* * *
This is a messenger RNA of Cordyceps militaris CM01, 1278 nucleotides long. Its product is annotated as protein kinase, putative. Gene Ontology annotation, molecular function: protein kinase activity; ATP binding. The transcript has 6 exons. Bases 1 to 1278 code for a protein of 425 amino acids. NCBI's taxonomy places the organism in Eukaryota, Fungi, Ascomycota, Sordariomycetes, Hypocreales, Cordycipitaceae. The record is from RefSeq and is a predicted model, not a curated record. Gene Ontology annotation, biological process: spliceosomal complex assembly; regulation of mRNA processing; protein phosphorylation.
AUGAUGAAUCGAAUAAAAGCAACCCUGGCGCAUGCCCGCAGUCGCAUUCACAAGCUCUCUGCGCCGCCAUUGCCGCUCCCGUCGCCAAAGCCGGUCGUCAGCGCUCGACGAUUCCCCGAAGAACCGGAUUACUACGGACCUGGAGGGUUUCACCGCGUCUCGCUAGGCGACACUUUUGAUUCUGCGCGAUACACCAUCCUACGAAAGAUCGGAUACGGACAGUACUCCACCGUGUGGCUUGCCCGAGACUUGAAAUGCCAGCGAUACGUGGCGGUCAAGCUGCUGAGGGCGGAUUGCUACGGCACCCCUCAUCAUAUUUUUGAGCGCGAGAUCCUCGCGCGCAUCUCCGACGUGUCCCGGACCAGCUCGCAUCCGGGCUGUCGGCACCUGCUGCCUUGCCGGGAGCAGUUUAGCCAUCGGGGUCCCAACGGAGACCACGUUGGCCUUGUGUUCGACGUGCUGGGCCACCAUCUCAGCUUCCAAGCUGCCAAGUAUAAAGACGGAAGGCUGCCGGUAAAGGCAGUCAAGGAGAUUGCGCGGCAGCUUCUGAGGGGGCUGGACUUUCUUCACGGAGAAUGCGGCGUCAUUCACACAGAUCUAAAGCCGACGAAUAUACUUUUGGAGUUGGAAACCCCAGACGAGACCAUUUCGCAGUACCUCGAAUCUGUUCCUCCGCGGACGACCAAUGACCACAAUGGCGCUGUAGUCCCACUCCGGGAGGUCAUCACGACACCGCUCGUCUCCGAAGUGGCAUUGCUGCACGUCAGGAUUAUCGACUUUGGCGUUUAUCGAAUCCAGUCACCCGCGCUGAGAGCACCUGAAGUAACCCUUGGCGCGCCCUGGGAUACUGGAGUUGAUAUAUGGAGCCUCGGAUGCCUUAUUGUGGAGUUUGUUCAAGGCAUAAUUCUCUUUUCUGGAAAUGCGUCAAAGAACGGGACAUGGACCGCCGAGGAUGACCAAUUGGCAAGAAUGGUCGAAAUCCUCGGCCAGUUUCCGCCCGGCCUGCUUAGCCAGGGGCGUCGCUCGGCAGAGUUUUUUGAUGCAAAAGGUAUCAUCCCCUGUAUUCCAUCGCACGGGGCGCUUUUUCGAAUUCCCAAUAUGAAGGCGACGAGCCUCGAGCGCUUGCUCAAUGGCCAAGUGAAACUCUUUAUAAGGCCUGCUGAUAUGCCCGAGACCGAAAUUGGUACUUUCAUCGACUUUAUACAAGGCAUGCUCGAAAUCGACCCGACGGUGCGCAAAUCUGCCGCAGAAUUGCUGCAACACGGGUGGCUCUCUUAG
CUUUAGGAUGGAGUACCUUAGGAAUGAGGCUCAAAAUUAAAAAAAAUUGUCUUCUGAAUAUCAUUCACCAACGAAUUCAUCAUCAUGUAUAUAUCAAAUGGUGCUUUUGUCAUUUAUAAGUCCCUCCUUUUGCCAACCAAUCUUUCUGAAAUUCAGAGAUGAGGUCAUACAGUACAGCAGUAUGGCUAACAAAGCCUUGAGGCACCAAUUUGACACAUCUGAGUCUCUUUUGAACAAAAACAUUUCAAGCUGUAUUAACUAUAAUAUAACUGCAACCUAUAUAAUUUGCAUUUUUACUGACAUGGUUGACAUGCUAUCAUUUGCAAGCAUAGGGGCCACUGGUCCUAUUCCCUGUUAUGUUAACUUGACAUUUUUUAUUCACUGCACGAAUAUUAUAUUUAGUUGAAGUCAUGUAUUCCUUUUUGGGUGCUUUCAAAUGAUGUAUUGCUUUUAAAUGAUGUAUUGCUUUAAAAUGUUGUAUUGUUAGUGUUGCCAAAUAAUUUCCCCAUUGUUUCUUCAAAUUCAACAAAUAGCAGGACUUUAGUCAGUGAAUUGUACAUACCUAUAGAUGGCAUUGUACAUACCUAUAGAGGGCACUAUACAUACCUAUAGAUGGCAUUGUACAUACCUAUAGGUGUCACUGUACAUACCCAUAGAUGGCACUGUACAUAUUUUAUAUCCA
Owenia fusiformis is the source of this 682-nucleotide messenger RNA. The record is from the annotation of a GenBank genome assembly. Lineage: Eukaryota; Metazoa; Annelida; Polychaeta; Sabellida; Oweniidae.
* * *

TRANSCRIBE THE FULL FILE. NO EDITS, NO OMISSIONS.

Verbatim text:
This is a messenger RNA of Cordyceps militaris CM01, 1278 nucleotides long. Its product is annotated as protein kinase, putative. Gene Ontology annotation, molecular function: protein kinase activity; ATP binding. The transcript has 6 exons. Bases 1 to 1278 code for a protein of 425 amino acids. NCBI's taxonomy places the organism in Eukaryota, Fungi, Ascomycota, Sordariomycetes, Hypocreales, Cordycipitaceae. The record is from RefSeq and is a predicted model, not a curated record. Gene Ontology annotation, biological process: spliceosomal complex assembly; regulation of mRNA processing; protein phosphorylation.
AUGAUGAAUCGAAUAAAAGCAACCCUGGCGCAUGCCCGCAGUCGCAUUCACAAGCUCUCUGCGCCGCCAUUGCCGCUCCCGUCGCCAAAGCCGGUCGUCAGCGCUCGACGAUUCCCCGAAGAACCGGAUUACUACGGACCUGGAGGGUUUCACCGCGUCUCGCUAGGCGACACUUUUGAUUCUGCGCGAUACACCAUCCUACGAAAGAUCGGAUACGGACAGUACUCCACCGUGUGGCUUGCCCGAGACUUGAAAUGCCAGCGAUACGUGGCGGUCAAGCUGCUGAGGGCGGAUUGCUACGGCACCCCUCAUCAUAUUUUUGAGCGCGAGAUCCUCGCGCGCAUCUCCGACGUGUCCCGGACCAGCUCGCAUCCGGGCUGUCGGCACCUGCUGCCUUGCCGGGAGCAGUUUAGCCAUCGGGGUCCCAACGGAGACCACGUUGGCCUUGUGUUCGACGUGCUGGGCCACCAUCUCAGCUUCCAAGCUGCCAAGUAUAAAGACGGAAGGCUGCCGGUAAAGGCAGUCAAGGAGAUUGCGCGGCAGCUUCUGAGGGGGCUGGACUUUCUUCACGGAGAAUGCGGCGUCAUUCACACAGAUCUAAAGCCGACGAAUAUACUUUUGGAGUUGGAAACCCCAGACGAGACCAUUUCGCAGUACCUCGAAUCUGUUCCUCCGCGGACGACCAAUGACCACAAUGGCGCUGUAGUCCCACUCCGGGAGGUCAUCACGACACCGCUCGUCUCCGAAGUGGCAUUGCUGCACGUCAGGAUUAUCGACUUUGGCGUUUAUCGAAUCCAGUCACCCGCGCUGAGAGCACCUGAAGUAACCCUUGGCGCGCCCUGGGAUACUGGAGUUGAUAUAUGGAGCCUCGGAUGCCUUAUUGUGGAGUUUGUUCAAGGCAUAAUUCUCUUUUCUGGAAAUGCGUCAAAGAACGGGACAUGGACCGCCGAGGAUGACCAAUUGGCAAGAAUGGUCGAAAUCCUCGGCCAGUUUCCGCCCGGCCUGCUUAGCCAGGGGCGUCGCUCGGCAGAGUUUUUUGAUGCAAAAGGUAUCAUCCCCUGUAUUCCAUCGCACGGGGCGCUUUUUCGAAUUCCCAAUAUGAAGGCGACGAGCCUCGAGCGCUUGCUCAAUGGCCAAGUGAAACUCUUUAUAAGGCCUGCUGAUAUGCCCGAGACCGAAAUUGGUACUUUCAUCGACUUUAUACAAGGCAUGCUCGAAAUCGACCCGACGGUGCGCAAAUCUGCCGCAGAAUUGCUGCAACACGGGUGGCUCUCUUAG
CUUUAGGAUGGAGUACCUUAGGAAUGAGGCUCAAAAUUAAAAAAAAUUGUCUUCUGAAUAUCAUUCACCAACGAAUUCAUCAUCAUGUAUAUAUCAAAUGGUGCUUUUGUCAUUUAUAAGUCCCUCCUUUUGCCAACCAAUCUUUCUGAAAUUCAGAGAUGAGGUCAUACAGUACAGCAGUAUGGCUAACAAAGCCUUGAGGCACCAAUUUGACACAUCUGAGUCUCUUUUGAACAAAAACAUUUCAAGCUGUAUUAACUAUAAUAUAACUGCAACCUAUAUAAUUUGCAUUUUUACUGACAUGGUUGACAUGCUAUCAUUUGCAAGCAUAGGGGCCACUGGUCCUAUUCCCUGUUAUGUUAACUUGACAUUUUUUAUUCACUGCACGAAUAUUAUAUUUAGUUGAAGUCAUGUAUUCCUUUUUGGGUGCUUUCAAAUGAUGUAUUGCUUUUAAAUGAUGUAUUGCUUUAAAAUGUUGUAUUGUUAGUGUUGCCAAAUAAUUUCCCCAUUGUUUCUUCAAAUUCAACAAAUAGCAGGACUUUAGUCAGUGAAUUGUACAUACCUAUAGAUGGCAUUGUACAUACCUAUAGAGGGCACUAUACAUACCUAUAGAUGGCAUUGUACAUACCUAUAGGUGUCACUGUACAUACCCAUAGAUGGCACUGUACAUAUUUUAUAUCCA
Owenia fusiformis is the source of this 682-nucleotide messenger RNA. The record is from the annotation of a GenBank genome assembly. Lineage: Eukaryota; Metazoa; Annelida; Polychaeta; Sabellida; Oweniidae.